Lynnhaven House 1725, Princess Anne County, Virginia


The land was first granted to Savill Gaskin in 1648 who sold it to William Hodge in 1662 who in 1721 sold 250 acres to his cousin Francis Thelaball. In 1725 Francis Thelaball, a ship’s carpenter and master craftsman, built this small brick home. The house features English bond brickwork with brick jack arches, a closed-string staircase and a ship's lap floor. Thelaball died in 1727, two years after completing his house.  


Photo of Lynnhaven House


During the late 1800s, new owners re-paneled the interior with new woodwork, by nailing the new over the old – effectively preserving the original woodwork and the Champford ceiling beams. An early 18th century staircase was also hidden behind Victorian paneling and partitions for some 60 years. William W. Oliver Sr. bought the house in 1923 and used it for a tenant house. He too helped to preserve the original materials by covering the old cypress roof shingles with sheet metal. The family of William Oliver gave the house to Association for the Preservation of Virginia Antiques in July of 1971. For many years, this house was referred to as the Wishart House or the Boush House.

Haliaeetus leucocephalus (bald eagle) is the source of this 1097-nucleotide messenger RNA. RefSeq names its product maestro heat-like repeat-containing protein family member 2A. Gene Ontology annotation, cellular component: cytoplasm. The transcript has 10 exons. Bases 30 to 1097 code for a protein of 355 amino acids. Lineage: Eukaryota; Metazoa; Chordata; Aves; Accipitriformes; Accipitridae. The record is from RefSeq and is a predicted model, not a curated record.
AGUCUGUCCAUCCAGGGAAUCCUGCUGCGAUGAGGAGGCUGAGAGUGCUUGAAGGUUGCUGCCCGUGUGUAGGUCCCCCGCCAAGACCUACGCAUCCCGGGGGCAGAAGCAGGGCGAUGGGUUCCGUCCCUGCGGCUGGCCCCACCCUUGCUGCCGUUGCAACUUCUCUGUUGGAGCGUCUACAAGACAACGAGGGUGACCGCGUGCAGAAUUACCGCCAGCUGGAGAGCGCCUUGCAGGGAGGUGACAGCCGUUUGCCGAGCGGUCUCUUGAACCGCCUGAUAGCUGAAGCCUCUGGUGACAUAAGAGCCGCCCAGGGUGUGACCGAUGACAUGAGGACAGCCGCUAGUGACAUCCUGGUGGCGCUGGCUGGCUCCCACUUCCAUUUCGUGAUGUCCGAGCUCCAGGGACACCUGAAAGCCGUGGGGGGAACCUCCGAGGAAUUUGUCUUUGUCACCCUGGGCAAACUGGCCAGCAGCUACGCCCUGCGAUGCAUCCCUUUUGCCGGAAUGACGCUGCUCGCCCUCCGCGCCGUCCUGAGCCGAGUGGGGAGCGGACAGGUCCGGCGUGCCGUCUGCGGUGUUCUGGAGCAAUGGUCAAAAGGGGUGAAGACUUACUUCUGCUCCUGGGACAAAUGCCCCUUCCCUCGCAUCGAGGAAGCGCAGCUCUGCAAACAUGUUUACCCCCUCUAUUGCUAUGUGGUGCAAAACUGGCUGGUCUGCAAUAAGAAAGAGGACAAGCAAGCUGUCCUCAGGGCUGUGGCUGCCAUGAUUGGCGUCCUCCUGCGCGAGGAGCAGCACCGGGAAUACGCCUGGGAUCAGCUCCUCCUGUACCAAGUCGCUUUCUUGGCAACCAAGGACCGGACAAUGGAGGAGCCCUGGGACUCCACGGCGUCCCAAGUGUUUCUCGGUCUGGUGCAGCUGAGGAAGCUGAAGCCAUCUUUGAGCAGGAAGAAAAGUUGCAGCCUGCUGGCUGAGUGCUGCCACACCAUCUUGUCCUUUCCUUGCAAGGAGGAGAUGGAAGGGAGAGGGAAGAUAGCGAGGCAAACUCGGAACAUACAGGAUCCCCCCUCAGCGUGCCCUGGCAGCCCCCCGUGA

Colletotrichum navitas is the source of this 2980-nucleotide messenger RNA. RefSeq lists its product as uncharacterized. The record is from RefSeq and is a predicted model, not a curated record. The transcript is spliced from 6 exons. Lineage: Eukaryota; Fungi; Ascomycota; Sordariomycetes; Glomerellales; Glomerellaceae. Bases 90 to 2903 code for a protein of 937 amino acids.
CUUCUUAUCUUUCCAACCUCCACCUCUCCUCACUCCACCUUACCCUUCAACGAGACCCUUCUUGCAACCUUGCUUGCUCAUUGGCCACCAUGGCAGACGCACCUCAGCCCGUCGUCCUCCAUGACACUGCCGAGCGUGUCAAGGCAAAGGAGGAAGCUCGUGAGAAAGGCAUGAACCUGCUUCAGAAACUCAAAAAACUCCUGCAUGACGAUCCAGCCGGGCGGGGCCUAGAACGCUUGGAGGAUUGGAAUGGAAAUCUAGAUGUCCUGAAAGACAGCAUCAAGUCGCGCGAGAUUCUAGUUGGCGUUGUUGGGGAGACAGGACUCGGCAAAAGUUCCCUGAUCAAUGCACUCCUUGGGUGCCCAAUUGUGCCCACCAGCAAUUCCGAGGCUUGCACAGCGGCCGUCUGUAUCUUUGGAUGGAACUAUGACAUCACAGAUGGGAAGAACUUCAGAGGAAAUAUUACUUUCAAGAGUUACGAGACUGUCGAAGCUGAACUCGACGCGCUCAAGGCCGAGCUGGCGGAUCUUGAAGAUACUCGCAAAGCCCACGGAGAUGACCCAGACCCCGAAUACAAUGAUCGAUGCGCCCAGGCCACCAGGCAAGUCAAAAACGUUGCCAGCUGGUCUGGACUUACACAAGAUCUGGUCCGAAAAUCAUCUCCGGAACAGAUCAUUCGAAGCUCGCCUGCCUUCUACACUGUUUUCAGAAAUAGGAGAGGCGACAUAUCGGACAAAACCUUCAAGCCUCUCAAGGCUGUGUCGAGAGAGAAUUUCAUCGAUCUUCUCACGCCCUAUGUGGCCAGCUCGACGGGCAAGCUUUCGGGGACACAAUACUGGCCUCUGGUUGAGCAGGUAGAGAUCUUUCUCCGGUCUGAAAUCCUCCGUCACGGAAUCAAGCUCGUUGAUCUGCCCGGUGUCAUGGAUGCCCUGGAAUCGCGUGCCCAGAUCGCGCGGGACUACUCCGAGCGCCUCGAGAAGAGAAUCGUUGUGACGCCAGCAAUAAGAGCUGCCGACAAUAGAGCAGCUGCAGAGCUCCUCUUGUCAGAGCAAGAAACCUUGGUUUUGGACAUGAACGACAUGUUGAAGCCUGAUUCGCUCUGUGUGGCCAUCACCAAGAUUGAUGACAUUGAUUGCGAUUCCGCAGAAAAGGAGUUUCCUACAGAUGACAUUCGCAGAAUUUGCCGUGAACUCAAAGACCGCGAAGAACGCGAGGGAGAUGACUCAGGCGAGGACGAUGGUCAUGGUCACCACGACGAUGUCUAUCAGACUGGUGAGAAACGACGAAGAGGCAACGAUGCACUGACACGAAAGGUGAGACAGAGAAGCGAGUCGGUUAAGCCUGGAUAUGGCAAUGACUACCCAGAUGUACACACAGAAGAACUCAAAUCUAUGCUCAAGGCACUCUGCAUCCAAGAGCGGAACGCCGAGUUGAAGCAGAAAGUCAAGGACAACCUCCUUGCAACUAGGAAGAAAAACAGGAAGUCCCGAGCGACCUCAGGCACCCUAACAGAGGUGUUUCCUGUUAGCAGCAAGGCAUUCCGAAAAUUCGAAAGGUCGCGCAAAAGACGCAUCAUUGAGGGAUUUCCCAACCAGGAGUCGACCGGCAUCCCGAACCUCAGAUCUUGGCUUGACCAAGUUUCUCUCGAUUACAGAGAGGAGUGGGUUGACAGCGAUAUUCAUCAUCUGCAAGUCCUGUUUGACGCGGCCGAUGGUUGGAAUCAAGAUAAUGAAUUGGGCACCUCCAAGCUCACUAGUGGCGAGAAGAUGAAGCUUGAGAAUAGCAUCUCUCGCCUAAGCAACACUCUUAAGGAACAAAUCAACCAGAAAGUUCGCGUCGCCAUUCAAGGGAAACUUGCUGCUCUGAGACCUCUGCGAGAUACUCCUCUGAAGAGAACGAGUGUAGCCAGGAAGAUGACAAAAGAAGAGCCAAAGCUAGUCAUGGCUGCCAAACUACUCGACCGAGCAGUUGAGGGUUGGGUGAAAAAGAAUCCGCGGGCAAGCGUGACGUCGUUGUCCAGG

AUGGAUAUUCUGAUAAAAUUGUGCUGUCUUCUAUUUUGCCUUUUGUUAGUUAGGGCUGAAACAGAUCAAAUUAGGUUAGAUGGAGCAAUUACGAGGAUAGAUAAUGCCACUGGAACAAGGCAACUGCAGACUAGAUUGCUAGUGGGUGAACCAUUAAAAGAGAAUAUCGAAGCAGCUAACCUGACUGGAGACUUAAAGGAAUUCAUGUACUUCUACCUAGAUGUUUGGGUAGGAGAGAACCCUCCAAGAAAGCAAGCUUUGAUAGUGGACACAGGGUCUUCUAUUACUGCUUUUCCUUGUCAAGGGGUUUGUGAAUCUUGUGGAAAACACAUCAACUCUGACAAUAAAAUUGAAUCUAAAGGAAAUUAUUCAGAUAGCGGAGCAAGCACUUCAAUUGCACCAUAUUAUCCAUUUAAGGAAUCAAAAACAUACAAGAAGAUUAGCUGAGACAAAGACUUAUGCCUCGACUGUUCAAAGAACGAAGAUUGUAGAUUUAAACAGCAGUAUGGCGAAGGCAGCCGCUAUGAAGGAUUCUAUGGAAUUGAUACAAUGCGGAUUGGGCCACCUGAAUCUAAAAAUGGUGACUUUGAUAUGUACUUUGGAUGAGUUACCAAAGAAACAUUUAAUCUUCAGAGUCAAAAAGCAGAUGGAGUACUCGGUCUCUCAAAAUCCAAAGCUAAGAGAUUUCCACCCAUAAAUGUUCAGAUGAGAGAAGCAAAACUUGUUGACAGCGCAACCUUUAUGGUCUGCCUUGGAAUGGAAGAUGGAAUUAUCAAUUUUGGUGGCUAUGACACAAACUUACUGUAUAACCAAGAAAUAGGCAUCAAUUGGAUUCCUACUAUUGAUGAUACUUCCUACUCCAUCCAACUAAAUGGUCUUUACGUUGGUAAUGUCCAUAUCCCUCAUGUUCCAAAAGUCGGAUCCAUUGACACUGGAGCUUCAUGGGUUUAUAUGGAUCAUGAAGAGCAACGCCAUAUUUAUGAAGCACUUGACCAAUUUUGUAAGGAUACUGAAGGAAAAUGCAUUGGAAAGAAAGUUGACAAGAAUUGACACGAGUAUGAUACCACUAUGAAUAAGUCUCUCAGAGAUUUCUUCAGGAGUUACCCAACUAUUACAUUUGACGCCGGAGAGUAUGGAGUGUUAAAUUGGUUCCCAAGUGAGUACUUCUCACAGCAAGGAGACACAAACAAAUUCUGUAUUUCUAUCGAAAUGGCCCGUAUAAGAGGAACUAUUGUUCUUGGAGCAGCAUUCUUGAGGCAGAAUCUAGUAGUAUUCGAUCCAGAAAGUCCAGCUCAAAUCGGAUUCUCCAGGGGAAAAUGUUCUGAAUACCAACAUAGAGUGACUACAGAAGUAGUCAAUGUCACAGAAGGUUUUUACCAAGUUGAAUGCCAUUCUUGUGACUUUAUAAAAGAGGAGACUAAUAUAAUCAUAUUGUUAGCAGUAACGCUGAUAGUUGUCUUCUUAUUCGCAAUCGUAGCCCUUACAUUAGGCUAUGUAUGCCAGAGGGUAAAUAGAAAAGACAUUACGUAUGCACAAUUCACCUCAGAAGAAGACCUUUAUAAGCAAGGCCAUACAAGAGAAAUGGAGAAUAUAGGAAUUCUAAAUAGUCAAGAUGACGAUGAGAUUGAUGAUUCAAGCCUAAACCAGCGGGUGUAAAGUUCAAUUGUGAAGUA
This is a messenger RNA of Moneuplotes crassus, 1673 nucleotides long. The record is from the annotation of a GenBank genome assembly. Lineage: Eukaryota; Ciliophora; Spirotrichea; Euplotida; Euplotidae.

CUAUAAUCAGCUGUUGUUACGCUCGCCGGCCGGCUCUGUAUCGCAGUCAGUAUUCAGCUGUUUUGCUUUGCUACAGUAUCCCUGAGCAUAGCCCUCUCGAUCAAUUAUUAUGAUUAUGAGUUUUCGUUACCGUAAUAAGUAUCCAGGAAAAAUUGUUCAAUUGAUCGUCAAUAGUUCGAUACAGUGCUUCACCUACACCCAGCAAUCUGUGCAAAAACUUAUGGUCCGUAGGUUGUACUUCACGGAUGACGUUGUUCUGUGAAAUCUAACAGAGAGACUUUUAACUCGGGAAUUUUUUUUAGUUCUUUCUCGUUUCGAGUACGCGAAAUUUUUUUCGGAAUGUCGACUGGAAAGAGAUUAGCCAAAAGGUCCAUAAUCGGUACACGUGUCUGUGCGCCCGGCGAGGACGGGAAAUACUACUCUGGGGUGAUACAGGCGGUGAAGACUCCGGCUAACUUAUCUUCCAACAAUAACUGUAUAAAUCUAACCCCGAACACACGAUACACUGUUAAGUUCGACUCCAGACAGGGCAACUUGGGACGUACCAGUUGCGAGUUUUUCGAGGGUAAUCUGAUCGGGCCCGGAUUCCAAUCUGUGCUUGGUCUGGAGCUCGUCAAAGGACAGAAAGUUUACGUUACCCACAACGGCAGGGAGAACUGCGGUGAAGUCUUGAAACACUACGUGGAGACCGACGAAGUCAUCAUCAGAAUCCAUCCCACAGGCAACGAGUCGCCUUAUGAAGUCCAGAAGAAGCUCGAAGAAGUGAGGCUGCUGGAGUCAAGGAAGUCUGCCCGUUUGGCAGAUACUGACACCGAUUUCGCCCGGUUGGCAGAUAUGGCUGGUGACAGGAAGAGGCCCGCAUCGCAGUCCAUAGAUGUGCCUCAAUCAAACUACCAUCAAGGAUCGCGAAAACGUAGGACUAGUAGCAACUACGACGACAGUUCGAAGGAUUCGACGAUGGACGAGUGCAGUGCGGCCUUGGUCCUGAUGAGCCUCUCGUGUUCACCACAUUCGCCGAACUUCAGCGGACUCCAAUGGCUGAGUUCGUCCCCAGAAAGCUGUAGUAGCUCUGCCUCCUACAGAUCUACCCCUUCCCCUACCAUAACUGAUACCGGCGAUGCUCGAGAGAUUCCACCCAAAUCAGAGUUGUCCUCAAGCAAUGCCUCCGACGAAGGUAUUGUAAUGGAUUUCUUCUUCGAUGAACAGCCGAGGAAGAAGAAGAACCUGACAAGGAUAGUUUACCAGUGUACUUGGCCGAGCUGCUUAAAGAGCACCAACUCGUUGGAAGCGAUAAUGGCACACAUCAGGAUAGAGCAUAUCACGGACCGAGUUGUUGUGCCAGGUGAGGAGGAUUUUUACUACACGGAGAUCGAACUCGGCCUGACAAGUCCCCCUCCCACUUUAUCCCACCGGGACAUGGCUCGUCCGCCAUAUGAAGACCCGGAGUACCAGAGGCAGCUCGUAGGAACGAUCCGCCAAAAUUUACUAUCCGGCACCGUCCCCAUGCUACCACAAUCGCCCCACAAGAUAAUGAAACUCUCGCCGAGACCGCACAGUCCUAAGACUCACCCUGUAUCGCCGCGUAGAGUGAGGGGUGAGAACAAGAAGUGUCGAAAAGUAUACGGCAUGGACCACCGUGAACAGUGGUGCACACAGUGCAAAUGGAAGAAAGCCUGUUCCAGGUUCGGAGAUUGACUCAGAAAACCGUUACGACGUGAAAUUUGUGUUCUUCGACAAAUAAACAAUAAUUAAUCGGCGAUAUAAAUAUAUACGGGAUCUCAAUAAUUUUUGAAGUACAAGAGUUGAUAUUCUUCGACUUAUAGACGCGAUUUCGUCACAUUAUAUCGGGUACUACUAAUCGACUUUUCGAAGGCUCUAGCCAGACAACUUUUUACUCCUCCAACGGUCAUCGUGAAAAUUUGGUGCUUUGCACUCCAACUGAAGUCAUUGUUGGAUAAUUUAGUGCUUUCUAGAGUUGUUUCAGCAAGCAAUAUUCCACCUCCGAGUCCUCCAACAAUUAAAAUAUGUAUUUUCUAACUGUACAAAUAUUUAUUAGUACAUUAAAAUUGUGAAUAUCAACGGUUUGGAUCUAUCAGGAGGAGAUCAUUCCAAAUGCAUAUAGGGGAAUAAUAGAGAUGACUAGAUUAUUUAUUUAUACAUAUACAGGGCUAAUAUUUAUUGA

English bond brickwork with two alternating courses of stretchers and headers; and brick jack arches over the windows.

Photo of Lynnhaven Detail


Detail of English bond brickwork, brick jack arch over the window, diamond glass panels, dormer and shingled roof.


Drawing of English Bond Brickwork


Drawing courtesy of Bill Bradley, aka builderbill, via Wikipedia: "Brickwork".

If you came to this webpage directly, you may read more about the innovation of Virginia House here (link) .


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